By Ben Arzate
Jimmy Green has been a fan of the TV sitcom Zoltergeist the Poltergeist since he was a kid. As an adult, he works as a bodyguard and limo driver, having moved to Hollywood hoping he could work for the star of the show. However, he’s forced to settle for working for a famous bowl of broth. One day, a visit to a church confession booth lands him a less than voluntary stay at the Penance House, where he’s required to spend six months repenting for his sins. While isolated in the house and trying to avoid the mysterious creature called the Clicking-Thing living inside it, he passes the time watching his favorite show. One day, he learns that Zoltergeist himself will be joining him.
“Shit was janked-up as heck.
While that broadly describes the plot of the book, it’s difficult to give a real summary. The one above doesn’t even cover anything close to the number of the absurdities that the novel piles on. It’s easy to see the individual ingredients. There are aspects of the haunted house genre in the Penance House, the descriptions of episodes of Zoltergeist the Poltergeist remind me a lot of “lost episode” creepypastas, and there are many scenes that read like throwbacks to 80’s comedy films. However, all of these ingredients are chopped up and blended in ways I haven’t seen before.
Hackle, for the most part, relays the absurd aspects of the book with straightforward prose that takes sudden weird turns. One of the most admirable aspects of the book is the way that Hackle can move between a pleasant description of the countryside outside of the Penance House to making jokes about the size of a leprechaun’s dick without blinking. The protagonist Jimmy will often lapse into a weird mish-mash of slang that seems pulled from different time periods when frightened or under pressure. For example, when Jimmy first confronts the Clicking-Thing, a monster living in the Penance House, he devolves into screaming, “Please don’t kill this! Man, I’ll suck your dick if you don’t kill this!” “This,” of course, being slang for “me.”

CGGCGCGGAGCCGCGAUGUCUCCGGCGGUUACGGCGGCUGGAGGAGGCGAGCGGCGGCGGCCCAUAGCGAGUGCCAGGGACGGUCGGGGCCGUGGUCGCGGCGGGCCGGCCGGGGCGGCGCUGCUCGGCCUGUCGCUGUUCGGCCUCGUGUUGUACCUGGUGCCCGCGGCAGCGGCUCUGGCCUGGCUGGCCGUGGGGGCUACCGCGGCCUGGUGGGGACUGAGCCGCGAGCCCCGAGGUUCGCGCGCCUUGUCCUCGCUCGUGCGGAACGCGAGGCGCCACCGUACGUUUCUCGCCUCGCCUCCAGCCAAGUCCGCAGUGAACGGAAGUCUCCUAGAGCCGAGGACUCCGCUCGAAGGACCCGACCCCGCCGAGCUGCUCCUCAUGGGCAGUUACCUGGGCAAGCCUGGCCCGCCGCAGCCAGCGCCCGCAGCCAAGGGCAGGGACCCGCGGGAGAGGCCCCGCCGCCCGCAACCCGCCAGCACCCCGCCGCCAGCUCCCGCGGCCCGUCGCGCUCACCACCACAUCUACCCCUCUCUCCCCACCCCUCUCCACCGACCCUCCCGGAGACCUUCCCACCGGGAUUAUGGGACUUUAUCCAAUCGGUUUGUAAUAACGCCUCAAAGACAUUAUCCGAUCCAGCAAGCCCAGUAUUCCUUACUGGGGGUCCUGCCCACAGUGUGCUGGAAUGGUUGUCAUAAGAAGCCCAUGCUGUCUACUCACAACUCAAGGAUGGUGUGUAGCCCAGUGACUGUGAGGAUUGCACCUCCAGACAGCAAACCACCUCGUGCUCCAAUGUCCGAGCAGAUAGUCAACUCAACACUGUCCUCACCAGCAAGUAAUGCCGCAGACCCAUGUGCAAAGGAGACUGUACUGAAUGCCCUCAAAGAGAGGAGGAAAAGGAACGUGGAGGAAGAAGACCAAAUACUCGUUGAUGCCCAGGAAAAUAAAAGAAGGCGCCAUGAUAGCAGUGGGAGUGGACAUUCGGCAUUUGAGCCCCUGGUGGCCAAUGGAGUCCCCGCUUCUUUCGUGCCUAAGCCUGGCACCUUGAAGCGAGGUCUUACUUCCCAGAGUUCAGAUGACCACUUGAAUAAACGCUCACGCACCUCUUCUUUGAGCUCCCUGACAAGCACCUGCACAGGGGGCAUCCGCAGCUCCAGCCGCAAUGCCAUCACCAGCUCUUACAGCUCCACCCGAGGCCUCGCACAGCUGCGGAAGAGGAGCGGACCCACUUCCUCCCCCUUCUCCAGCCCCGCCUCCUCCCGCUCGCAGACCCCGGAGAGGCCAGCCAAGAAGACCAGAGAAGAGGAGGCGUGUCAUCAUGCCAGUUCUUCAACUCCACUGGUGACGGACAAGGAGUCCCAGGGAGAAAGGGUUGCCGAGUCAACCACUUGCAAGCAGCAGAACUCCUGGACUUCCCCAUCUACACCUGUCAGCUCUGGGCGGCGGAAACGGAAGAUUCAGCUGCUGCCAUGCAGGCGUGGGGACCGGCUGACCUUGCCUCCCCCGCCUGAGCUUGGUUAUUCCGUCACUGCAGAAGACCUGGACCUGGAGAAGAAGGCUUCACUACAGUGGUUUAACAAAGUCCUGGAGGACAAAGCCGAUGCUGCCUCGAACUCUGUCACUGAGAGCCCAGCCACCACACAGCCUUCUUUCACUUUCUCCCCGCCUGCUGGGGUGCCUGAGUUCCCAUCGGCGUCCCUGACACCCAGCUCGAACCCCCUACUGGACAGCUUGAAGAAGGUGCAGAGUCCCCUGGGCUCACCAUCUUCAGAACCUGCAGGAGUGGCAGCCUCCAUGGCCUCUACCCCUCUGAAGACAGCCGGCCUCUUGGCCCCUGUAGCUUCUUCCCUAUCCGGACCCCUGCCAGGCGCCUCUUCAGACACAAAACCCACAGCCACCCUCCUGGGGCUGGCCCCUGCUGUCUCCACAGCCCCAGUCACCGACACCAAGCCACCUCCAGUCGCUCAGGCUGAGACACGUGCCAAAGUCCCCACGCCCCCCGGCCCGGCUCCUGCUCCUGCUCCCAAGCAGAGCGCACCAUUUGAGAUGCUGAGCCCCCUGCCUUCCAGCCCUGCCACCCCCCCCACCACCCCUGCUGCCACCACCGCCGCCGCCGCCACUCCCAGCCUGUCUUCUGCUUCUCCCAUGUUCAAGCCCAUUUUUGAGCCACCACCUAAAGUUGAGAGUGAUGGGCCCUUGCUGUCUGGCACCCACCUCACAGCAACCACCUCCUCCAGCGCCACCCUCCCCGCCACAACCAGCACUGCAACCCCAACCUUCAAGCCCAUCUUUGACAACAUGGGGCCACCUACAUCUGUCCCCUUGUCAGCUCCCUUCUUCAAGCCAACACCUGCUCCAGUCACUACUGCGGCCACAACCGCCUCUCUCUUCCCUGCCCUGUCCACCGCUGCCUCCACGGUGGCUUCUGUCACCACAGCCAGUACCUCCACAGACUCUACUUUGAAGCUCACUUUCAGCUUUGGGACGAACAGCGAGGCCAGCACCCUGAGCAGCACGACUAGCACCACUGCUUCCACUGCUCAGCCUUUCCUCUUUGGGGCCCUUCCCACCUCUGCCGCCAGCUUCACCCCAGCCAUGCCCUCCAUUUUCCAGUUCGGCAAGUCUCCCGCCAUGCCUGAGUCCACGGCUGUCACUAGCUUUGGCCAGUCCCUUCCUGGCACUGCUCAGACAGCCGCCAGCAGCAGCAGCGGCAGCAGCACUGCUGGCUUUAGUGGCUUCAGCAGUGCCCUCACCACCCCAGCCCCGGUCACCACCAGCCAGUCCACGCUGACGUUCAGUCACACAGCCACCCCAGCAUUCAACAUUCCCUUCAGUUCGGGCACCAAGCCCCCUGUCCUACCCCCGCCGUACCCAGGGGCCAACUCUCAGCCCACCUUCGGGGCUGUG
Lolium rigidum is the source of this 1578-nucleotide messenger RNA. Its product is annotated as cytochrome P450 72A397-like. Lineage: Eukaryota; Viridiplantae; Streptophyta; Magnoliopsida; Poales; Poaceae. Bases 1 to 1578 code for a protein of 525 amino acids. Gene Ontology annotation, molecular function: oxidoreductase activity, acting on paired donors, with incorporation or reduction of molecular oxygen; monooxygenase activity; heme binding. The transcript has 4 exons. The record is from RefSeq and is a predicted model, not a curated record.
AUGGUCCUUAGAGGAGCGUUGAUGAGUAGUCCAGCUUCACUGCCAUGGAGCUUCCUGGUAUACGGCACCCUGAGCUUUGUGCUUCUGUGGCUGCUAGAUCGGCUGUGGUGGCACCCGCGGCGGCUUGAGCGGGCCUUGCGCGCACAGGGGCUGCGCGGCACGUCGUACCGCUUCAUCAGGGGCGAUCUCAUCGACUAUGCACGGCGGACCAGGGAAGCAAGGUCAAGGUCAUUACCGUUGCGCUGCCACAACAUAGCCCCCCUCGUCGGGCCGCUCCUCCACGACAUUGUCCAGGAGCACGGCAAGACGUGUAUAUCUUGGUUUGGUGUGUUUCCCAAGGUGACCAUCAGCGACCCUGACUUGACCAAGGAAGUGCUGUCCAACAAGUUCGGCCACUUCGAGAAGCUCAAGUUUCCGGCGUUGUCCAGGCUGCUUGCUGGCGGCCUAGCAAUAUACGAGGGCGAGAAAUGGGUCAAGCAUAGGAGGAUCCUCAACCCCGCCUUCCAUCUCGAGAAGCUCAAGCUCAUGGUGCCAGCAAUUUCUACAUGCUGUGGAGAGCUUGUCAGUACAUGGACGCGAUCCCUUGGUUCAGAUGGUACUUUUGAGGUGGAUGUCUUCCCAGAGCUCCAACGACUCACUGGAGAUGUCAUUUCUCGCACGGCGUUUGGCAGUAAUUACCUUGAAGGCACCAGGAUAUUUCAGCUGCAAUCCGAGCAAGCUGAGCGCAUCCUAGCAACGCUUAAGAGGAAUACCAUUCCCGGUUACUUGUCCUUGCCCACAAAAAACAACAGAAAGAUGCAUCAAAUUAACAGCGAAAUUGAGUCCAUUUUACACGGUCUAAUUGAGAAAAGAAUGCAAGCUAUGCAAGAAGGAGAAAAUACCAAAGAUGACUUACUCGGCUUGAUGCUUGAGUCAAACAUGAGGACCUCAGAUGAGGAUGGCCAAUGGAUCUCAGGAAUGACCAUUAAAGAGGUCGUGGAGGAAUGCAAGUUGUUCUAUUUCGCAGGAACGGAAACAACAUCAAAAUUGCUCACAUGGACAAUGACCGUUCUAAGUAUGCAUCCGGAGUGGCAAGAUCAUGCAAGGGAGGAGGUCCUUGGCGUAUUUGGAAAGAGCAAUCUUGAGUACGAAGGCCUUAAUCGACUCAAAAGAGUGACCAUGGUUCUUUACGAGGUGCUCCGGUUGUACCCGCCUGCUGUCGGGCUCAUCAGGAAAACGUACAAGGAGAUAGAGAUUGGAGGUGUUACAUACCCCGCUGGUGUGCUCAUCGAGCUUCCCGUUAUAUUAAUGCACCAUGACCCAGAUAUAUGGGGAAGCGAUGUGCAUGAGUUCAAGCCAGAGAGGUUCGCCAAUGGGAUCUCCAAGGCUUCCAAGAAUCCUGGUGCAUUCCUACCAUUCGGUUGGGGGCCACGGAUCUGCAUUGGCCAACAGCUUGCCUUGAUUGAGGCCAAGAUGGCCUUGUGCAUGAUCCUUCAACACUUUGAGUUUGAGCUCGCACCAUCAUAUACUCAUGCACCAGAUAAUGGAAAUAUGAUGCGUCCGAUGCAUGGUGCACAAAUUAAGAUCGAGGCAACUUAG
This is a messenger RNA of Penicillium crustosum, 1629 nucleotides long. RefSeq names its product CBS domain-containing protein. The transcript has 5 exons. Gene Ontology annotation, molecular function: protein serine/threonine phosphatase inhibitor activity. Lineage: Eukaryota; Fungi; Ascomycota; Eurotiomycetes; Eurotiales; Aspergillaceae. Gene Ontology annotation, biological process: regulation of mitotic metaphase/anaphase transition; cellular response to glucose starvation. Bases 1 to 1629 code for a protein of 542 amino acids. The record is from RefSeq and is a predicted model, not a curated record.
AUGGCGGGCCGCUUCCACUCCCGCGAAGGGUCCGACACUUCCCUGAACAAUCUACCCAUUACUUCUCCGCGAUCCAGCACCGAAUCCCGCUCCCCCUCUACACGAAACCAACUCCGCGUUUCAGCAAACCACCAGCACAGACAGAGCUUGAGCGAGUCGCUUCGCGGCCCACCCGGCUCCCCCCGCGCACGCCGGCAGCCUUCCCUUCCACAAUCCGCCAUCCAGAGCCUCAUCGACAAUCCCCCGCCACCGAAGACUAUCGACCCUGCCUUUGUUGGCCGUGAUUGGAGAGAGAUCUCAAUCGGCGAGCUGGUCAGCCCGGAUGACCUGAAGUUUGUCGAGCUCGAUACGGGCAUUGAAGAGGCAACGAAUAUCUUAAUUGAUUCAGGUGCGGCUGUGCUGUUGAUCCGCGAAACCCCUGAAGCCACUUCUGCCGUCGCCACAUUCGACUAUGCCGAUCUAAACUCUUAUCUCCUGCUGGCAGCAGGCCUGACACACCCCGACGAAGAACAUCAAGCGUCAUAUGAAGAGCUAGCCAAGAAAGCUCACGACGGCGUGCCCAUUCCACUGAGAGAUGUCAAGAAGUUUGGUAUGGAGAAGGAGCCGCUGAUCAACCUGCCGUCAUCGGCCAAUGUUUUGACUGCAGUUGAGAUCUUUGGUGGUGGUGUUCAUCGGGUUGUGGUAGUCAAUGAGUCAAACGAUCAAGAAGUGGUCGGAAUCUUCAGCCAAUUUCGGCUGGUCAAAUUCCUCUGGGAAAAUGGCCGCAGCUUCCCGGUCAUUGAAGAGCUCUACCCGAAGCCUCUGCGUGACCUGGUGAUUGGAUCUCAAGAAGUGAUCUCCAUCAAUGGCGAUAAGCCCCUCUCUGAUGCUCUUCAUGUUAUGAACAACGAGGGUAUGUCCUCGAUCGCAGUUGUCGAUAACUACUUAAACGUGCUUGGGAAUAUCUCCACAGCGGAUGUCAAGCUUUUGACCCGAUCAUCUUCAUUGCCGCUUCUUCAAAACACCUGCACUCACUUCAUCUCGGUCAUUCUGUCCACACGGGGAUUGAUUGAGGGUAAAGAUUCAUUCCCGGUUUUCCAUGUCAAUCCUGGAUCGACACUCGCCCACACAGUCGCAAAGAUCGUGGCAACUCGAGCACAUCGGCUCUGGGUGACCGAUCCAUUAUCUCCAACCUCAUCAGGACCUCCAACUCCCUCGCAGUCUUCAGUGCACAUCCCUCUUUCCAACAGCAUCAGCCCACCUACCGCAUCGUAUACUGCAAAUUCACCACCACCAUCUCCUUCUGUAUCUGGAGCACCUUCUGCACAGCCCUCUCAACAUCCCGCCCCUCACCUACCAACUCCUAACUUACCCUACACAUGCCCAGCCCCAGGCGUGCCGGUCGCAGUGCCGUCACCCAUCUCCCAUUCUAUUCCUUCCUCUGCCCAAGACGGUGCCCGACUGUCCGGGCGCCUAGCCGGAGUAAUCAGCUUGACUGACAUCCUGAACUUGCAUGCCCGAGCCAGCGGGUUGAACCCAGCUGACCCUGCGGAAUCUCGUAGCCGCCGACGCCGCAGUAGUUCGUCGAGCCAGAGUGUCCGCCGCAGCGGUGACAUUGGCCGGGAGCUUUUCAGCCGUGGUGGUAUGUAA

The descriptions of the Zoltergeist the Poltergeist TV show that litter the book are nonsensical, disturbing, and hilarious. They all feature the titular character murdering his family in some gruesome way, usually after messing up some simple task like a typical TV sitcom dad. Some of the depictions of rotting corpses, slit throats, and mangled body parts are actually very graphic and wouldn’t be out of place in an extreme horror book.
A big part of the book is personifying odd things. Zoltergeist himself is essentially a small sentient dust devil with nothing visible of him except swirling feathers and whatever he’s carrying. Jimmy’s boss is a living broth who plays famous broths in movies. At one point, Zoltergeist’s security team, consisting of the entirety of all dot.com domains and the Battle of the Bulge, to name just a couple, show up. The one thing that bugged me is that the book sometimes goes out of its way to point out how weird it is that these things act as people rather than letting the weirdness stand by itself. Despite that, the creativity in how Hackle turns abstract concepts into people is something to admire.
Zoltergeist the Poltergeist is a hilarious headtrip of a novel that had me laughing every couple of pages. The lack of a strong plot and the seemingly random absurdities may be off-putting to some, but for people who want a goofy, fun, and sometimes horrifying read that leaves reality completely behind, this is the perfect novel. Shit’s janked-up as heck. Fuck!
Ben Arzate lives in Des Moines, IA. His articles, reviews, short stories, and poetry have appeared in various places online and in print. He is a regular contributor to Cultured Vultures and is the author of two poetry books (the sky is black and blue like a battered child and dr. sodom and mrs. gomorrah, feel bad all the time), one book of short stories (The Complete Idiot’s Guide to Saying Goodbye, NihilismRevised), and two novels (The Story of the Y, Cabal Books and Elaine, Atlatl Press). Find him online at dripdropdripdropdripdrop.blogspot.com.